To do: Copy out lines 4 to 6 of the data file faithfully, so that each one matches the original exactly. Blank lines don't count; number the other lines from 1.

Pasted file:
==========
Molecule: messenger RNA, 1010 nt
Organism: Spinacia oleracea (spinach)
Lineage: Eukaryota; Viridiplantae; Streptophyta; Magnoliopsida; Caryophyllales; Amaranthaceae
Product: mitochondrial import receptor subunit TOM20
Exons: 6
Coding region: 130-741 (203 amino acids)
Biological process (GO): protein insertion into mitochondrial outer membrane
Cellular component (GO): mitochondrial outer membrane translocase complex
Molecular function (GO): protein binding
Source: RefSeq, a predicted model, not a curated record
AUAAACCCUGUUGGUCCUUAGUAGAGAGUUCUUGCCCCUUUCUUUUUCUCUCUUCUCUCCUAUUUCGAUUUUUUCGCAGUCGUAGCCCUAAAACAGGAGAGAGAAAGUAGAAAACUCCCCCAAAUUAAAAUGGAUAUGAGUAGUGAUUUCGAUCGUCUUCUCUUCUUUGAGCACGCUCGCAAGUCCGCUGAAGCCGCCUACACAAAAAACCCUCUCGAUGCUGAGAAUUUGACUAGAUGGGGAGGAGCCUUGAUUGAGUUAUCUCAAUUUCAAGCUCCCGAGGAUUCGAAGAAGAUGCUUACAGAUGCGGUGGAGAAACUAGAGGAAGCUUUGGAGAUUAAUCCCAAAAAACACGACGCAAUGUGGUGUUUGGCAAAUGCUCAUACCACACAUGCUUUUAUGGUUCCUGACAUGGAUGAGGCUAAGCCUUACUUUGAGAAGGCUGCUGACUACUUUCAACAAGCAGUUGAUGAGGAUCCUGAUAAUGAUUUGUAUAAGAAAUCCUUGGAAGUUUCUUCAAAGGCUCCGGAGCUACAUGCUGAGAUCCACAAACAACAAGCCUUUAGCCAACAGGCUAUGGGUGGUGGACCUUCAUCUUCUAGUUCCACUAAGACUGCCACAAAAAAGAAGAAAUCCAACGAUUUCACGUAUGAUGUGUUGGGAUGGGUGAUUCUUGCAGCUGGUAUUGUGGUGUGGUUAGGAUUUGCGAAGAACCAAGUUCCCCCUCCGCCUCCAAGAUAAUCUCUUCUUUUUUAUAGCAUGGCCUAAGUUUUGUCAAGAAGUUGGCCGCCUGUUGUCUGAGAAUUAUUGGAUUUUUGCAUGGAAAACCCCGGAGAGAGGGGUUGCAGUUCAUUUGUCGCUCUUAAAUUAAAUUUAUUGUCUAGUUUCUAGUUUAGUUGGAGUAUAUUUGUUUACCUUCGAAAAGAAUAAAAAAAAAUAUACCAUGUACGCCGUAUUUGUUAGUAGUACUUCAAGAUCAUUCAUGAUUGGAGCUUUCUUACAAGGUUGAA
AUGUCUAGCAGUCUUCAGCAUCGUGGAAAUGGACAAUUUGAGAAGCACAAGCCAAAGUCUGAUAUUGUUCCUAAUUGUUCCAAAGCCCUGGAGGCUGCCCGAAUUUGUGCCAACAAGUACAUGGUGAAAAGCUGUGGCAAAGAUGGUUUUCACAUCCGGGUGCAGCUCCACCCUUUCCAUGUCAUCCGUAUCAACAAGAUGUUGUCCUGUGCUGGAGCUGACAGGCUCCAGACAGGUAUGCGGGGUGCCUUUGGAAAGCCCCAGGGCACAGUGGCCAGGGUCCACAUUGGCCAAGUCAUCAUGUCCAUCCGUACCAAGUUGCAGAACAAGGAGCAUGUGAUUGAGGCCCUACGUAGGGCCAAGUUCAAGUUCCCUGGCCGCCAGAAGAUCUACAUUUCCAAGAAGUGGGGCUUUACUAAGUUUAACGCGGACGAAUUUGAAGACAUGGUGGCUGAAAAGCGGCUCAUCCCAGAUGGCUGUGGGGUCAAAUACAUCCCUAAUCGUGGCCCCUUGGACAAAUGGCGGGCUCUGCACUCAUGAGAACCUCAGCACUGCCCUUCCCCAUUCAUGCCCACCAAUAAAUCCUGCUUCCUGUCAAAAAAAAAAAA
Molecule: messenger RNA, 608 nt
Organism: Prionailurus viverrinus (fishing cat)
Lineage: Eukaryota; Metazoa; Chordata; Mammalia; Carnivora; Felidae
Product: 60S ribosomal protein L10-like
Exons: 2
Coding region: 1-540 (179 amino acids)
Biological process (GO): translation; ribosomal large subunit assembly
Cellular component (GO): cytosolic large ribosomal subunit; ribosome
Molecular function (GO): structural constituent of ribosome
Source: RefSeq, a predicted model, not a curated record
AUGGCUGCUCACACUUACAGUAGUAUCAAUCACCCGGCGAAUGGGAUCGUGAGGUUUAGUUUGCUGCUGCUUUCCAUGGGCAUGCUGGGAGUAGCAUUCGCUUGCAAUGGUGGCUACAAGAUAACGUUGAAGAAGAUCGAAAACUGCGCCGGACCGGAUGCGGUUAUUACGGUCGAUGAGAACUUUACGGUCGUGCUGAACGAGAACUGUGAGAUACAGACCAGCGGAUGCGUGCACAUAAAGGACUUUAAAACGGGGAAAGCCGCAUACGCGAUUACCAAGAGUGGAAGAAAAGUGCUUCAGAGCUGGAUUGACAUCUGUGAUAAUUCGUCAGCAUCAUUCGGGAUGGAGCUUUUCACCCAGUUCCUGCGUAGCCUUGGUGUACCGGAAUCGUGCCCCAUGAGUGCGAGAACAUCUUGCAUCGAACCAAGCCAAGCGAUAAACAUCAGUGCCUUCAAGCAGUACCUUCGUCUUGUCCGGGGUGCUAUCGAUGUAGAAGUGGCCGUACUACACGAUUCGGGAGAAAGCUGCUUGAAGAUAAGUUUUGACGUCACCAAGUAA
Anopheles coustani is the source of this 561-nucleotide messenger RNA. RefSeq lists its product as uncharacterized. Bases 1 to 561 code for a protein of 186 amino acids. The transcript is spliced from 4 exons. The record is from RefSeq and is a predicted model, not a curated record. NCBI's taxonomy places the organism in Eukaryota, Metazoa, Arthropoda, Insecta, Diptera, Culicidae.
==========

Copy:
Product: mitochondrial import receptor subunit TOM20
Exons: 6
Coding region: 130-741 (203 amino acids)